Christies’ auctioneer warns Asia will buy all quality wine

12 September, 2018

Simon Tam, head of wine at auction house, Christie’s Hong Kong, has warned that buyers in the US and Europe will not be able to compete with Asia when it comes to buying top quality wines in the future.

Tam was officiating over a wine tasting to launch the Stellenbosch Cabernet initiative in Cape Town on the eve of Cape 2018 (September 11). The purpose of the initiative from South Africa’s premium wine-producing region, was to establish that it can produce Cabernet Sauvignon wines that can compete with the best in the world.

At the tasting a range of Stellenbosch Cabs were matched against the likes of Pichon Longueville, Comtesse de Lalande, Leoville La Casses and Dominus from California’s Napa valley, all 2015.

As he officiated over the proceedings, Tam told of once being asked which soft drink went best with Château Pétrus from the Bordeaux, one of the world’s most famous wine brands. It was decided Fanta went best with the ‘82 Pétrus.

He said: “When Asia takes off, there will not be anything left.” He went on the criticise British buyers and retailers for chasing deals and suppressing prices. He predicted that they will lose their allocations.

In promoting the quality of Stellenbosch Cabernets compared to any others, when it comes to selling them, Tam exclaimed: “I will bloody make it happen.”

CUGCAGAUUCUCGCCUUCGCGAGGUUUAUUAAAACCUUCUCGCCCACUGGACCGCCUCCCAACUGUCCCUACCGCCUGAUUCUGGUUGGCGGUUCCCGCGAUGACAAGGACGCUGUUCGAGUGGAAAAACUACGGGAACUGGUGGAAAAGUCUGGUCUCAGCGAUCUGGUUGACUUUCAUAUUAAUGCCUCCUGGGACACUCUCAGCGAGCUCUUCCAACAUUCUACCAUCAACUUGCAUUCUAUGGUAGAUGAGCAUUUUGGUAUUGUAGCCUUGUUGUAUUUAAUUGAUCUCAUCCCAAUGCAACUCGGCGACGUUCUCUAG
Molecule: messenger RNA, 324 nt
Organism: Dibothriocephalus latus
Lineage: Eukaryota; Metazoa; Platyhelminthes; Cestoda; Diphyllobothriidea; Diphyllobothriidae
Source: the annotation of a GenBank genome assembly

Certainly the wines from Le Riche, Rust en Vrede and Waterford, compared favourably against their more famous French and US Cabernets.

Tam was dismissive of South Africa’s other varieties. He said: “Why Stellenbosch Cabernet? Cabernet is the king of cultivars. Stellenbosch has to put its best foot forward. Paarl is ‘Shiraz-land’. You could not do it with Merlot or Pinot Noir. Tons of Chenin do not count. As for Cinsault, Pinotage - seriously?  They are not going to work."

Tam’s comments annoyed one of the participants, particularly in regards to Pinotage. Tam then claimed that Pinotage was not world class as are South Africa's Cabernets, and particularly Stellenbosch’s.

Tam challenged Stellenbosch producers to step up and take on the big guns of top Cabernets. “Opportunities are made,” he pronounced. “They don't just happen. Cabernet is a cash cow. It needs to walk and roam,” he said.

“It is important to put quality first - on an international platform,” Tam concluded. 





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David Williams

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